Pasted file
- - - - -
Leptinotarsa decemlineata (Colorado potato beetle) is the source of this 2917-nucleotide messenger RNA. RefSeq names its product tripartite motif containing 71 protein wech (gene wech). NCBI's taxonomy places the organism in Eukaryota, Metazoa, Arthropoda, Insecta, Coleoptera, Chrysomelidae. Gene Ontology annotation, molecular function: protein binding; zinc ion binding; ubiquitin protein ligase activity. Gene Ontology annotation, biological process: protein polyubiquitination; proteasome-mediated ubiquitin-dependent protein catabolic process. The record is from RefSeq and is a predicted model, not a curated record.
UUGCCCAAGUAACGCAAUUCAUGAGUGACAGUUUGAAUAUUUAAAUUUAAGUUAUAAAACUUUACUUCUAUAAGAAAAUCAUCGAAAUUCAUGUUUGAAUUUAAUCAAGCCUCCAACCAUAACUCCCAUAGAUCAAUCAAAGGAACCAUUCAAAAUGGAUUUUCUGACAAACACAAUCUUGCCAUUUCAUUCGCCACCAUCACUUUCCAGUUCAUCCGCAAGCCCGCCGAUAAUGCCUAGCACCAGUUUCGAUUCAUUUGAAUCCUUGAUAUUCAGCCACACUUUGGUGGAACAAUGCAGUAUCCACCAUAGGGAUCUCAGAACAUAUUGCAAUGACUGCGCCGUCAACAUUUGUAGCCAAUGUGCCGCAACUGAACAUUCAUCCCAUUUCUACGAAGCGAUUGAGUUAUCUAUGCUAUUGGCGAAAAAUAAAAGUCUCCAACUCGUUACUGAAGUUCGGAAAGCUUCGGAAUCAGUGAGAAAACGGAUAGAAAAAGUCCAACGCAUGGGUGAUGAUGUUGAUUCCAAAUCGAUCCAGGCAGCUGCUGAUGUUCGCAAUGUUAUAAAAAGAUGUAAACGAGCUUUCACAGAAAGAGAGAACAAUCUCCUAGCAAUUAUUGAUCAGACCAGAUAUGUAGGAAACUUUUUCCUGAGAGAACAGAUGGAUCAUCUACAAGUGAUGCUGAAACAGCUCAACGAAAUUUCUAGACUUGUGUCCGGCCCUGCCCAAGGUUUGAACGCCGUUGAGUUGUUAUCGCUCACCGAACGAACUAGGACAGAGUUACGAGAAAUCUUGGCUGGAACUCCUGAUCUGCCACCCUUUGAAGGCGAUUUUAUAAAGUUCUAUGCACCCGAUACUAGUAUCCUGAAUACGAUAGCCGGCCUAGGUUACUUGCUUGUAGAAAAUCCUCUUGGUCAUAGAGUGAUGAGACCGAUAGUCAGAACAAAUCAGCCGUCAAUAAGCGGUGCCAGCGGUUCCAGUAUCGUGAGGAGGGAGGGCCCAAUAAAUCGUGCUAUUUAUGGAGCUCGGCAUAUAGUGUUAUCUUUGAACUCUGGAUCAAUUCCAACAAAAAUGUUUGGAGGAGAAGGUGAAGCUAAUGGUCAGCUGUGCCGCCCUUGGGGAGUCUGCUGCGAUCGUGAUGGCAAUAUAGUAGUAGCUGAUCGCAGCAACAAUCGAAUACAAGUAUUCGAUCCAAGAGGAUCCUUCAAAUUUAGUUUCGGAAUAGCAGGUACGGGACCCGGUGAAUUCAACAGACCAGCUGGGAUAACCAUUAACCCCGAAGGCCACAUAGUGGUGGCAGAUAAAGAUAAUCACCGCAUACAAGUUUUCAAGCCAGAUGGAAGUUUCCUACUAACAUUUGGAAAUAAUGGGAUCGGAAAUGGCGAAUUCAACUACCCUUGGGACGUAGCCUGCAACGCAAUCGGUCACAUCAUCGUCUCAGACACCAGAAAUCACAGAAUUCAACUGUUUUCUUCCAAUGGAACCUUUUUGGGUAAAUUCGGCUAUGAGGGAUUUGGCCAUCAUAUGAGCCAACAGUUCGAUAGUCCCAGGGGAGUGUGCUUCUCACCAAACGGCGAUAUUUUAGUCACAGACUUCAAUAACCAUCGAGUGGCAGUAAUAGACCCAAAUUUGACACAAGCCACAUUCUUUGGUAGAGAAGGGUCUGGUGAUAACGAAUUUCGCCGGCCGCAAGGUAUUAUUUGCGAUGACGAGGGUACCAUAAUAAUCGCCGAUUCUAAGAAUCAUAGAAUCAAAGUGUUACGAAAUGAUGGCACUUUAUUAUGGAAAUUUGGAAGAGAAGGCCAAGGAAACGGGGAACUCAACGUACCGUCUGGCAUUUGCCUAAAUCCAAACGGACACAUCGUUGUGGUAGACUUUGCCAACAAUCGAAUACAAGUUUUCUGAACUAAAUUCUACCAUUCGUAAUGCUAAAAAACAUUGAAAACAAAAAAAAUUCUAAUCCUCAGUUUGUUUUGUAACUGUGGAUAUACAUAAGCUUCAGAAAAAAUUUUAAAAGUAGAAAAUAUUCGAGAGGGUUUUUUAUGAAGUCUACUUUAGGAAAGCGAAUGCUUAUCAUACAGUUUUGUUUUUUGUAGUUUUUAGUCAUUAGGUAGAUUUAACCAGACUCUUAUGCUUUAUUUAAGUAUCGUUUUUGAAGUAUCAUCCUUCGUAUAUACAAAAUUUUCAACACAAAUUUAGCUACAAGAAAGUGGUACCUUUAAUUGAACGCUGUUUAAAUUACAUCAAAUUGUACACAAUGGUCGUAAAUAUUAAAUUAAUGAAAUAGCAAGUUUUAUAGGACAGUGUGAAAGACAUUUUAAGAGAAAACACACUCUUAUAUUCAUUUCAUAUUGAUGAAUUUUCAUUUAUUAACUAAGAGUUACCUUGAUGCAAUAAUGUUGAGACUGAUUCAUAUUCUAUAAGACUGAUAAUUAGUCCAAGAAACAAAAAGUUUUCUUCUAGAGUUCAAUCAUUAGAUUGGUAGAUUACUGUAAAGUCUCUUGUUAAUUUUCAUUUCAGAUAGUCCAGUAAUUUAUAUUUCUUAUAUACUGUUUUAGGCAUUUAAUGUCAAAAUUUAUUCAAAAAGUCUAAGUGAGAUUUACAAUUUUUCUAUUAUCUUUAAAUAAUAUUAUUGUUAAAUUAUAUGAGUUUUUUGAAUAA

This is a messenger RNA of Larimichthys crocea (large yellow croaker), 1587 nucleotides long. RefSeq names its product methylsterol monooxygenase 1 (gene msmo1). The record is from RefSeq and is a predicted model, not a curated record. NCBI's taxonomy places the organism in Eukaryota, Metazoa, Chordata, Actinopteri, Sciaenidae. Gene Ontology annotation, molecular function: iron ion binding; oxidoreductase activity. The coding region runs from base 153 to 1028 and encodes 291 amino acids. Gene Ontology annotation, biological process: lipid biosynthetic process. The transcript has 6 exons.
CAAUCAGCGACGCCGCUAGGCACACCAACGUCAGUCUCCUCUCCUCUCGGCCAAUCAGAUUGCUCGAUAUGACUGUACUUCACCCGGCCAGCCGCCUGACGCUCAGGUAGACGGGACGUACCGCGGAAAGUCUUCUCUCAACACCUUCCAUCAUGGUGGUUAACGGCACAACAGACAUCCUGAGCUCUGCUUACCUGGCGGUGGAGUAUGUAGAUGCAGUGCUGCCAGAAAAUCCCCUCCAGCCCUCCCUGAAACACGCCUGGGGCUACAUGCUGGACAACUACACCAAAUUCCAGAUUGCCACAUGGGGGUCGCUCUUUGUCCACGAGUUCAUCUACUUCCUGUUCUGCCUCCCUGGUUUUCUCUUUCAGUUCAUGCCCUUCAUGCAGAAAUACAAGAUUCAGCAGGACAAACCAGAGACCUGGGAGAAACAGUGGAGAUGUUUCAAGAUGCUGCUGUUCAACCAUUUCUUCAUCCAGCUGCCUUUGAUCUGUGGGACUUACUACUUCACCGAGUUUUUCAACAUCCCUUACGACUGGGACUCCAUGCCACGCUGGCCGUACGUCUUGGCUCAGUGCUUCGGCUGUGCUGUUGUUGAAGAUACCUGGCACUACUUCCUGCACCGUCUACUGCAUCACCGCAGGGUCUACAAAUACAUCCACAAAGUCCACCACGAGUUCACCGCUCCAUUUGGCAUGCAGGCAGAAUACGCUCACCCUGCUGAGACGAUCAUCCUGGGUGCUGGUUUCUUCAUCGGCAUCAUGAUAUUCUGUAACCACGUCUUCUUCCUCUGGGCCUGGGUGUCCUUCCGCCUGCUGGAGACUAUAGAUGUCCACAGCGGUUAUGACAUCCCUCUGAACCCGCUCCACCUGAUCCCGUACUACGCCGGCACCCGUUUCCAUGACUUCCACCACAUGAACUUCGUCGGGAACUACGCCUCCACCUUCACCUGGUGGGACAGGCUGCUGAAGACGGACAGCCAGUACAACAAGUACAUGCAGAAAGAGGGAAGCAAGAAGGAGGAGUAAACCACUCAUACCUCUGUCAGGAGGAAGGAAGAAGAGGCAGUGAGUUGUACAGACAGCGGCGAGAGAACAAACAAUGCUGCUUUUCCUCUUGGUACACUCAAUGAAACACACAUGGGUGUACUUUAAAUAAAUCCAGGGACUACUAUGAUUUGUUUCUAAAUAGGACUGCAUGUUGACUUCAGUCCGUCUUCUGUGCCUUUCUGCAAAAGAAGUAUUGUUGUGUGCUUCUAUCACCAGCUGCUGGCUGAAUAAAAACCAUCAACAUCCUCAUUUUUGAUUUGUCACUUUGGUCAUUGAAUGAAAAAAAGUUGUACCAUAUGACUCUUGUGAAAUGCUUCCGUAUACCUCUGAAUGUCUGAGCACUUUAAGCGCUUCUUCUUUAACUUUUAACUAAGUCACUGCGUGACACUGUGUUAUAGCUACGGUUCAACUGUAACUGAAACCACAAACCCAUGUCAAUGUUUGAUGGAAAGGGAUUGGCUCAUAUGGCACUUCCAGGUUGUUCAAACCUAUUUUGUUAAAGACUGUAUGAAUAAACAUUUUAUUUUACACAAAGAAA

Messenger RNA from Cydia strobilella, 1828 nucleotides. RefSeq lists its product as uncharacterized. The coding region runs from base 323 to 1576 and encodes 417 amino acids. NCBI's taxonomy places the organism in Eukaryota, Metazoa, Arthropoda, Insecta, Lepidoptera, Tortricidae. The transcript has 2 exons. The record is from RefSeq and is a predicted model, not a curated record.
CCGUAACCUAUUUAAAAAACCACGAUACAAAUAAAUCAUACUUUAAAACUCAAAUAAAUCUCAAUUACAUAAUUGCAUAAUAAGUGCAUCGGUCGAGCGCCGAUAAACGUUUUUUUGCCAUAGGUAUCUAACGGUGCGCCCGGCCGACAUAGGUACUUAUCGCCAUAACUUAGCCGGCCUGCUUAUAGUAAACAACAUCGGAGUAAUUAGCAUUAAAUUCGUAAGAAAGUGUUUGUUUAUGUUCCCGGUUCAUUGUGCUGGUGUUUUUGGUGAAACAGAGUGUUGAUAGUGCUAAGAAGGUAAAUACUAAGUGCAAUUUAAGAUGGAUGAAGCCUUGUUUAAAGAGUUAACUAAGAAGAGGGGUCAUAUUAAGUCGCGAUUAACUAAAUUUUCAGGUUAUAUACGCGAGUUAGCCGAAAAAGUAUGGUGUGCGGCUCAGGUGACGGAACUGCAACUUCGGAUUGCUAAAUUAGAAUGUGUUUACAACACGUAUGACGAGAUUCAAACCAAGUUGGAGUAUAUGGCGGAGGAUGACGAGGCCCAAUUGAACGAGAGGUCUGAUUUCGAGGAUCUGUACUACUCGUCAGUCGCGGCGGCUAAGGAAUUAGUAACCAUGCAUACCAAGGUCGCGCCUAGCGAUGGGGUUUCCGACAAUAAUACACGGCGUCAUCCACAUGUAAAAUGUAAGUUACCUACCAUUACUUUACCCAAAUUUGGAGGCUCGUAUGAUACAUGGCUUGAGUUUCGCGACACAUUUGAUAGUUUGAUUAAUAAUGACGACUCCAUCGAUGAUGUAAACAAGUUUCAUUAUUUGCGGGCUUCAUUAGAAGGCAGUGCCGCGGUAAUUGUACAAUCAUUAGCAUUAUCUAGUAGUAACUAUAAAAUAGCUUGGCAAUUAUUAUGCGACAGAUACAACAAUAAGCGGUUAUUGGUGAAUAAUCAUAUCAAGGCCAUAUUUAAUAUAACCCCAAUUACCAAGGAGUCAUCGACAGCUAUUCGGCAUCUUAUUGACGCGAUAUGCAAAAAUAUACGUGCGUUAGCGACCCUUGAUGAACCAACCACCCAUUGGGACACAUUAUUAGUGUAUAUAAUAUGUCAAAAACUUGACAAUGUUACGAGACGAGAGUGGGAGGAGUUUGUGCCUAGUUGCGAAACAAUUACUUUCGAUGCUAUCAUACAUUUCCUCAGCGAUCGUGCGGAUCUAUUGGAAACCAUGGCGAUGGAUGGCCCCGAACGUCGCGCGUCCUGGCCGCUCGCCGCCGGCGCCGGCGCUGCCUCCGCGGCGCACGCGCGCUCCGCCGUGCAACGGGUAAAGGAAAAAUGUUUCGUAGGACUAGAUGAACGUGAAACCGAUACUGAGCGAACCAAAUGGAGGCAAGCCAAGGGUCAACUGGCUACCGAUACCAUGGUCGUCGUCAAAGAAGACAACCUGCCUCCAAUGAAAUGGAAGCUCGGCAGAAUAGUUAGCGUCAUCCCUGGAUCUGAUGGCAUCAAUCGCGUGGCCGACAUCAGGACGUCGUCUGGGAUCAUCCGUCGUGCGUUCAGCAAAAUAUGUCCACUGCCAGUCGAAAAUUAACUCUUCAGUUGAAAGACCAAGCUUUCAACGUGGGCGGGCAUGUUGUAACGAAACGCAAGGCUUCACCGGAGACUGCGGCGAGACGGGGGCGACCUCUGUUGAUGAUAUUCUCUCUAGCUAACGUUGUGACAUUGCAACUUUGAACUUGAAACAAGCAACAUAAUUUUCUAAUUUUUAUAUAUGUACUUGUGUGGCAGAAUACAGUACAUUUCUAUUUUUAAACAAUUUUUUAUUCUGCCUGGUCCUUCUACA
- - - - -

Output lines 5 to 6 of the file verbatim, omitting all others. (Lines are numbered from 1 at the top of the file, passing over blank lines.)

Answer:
Messenger RNA from Cydia strobilella, 1828 nucleotides. RefSeq lists its product as uncharacterized. The coding region runs from base 323 to 1576 and encodes 417 amino acids. NCBI's taxonomy places the organism in Eukaryota, Metazoa, Arthropoda, Insecta, Lepidoptera, Tortricidae. The transcript has 2 exons. The record is from RefSeq and is a predicted model, not a curated record.
CCGUAACCUAUUUAAAAAACCACGAUACAAAUAAAUCAUACUUUAAAACUCAAAUAAAUCUCAAUUACAUAAUUGCAUAAUAAGUGCAUCGGUCGAGCGCCGAUAAACGUUUUUUUGCCAUAGGUAUCUAACGGUGCGCCCGGCCGACAUAGGUACUUAUCGCCAUAACUUAGCCGGCCUGCUUAUAGUAAACAACAUCGGAGUAAUUAGCAUUAAAUUCGUAAGAAAGUGUUUGUUUAUGUUCCCGGUUCAUUGUGCUGGUGUUUUUGGUGAAACAGAGUGUUGAUAGUGCUAAGAAGGUAAAUACUAAGUGCAAUUUAAGAUGGAUGAAGCCUUGUUUAAAGAGUUAACUAAGAAGAGGGGUCAUAUUAAGUCGCGAUUAACUAAAUUUUCAGGUUAUAUACGCGAGUUAGCCGAAAAAGUAUGGUGUGCGGCUCAGGUGACGGAACUGCAACUUCGGAUUGCUAAAUUAGAAUGUGUUUACAACACGUAUGACGAGAUUCAAACCAAGUUGGAGUAUAUGGCGGAGGAUGACGAGGCCCAAUUGAACGAGAGGUCUGAUUUCGAGGAUCUGUACUACUCGUCAGUCGCGGCGGCUAAGGAAUUAGUAACCAUGCAUACCAAGGUCGCGCCUAGCGAUGGGGUUUCCGACAAUAAUACACGGCGUCAUCCACAUGUAAAAUGUAAGUUACCUACCAUUACUUUACCCAAAUUUGGAGGCUCGUAUGAUACAUGGCUUGAGUUUCGCGACACAUUUGAUAGUUUGAUUAAUAAUGACGACUCCAUCGAUGAUGUAAACAAGUUUCAUUAUUUGCGGGCUUCAUUAGAAGGCAGUGCCGCGGUAAUUGUACAAUCAUUAGCAUUAUCUAGUAGUAACUAUAAAAUAGCUUGGCAAUUAUUAUGCGACAGAUACAACAAUAAGCGGUUAUUGGUGAAUAAUCAUAUCAAGGCCAUAUUUAAUAUAACCCCAAUUACCAAGGAGUCAUCGACAGCUAUUCGGCAUCUUAUUGACGCGAUAUGCAAAAAUAUACGUGCGUUAGCGACCCUUGAUGAACCAACCACCCAUUGGGACACAUUAUUAGUGUAUAUAAUAUGUCAAAAACUUGACAAUGUUACGAGACGAGAGUGGGAGGAGUUUGUGCCUAGUUGCGAAACAAUUACUUUCGAUGCUAUCAUACAUUUCCUCAGCGAUCGUGCGGAUCUAUUGGAAACCAUGGCGAUGGAUGGCCCCGAACGUCGCGCGUCCUGGCCGCUCGCCGCCGGCGCCGGCGCUGCCUCCGCGGCGCACGCGCGCUCCGCCGUGCAACGGGUAAAGGAAAAAUGUUUCGUAGGACUAGAUGAACGUGAAACCGAUACUGAGCGAACCAAAUGGAGGCAAGCCAAGGGUCAACUGGCUACCGAUACCAUGGUCGUCGUCAAAGAAGACAACCUGCCUCCAAUGAAAUGGAAGCUCGGCAGAAUAGUUAGCGUCAUCCCUGGAUCUGAUGGCAUCAAUCGCGUGGCCGACAUCAGGACGUCGUCUGGGAUCAUCCGUCGUGCGUUCAGCAAAAUAUGUCCACUGCCAGUCGAAAAUUAACUCUUCAGUUGAAAGACCAAGCUUUCAACGUGGGCGGGCAUGUUGUAACGAAACGCAAGGCUUCACCGGAGACUGCGGCGAGACGGGGGCGACCUCUGUUGAUGAUAUUCUCUCUAGCUAACGUUGUGACAUUGCAACUUUGAACUUGAAACAAGCAACAUAAUUUUCUAAUUUUUAUAUAUGUACUUGUGUGGCAGAAUACAGUACAUUUCUAUUUUUAAACAAUUUUUUAUUCUGCCUGGUCCUUCUACA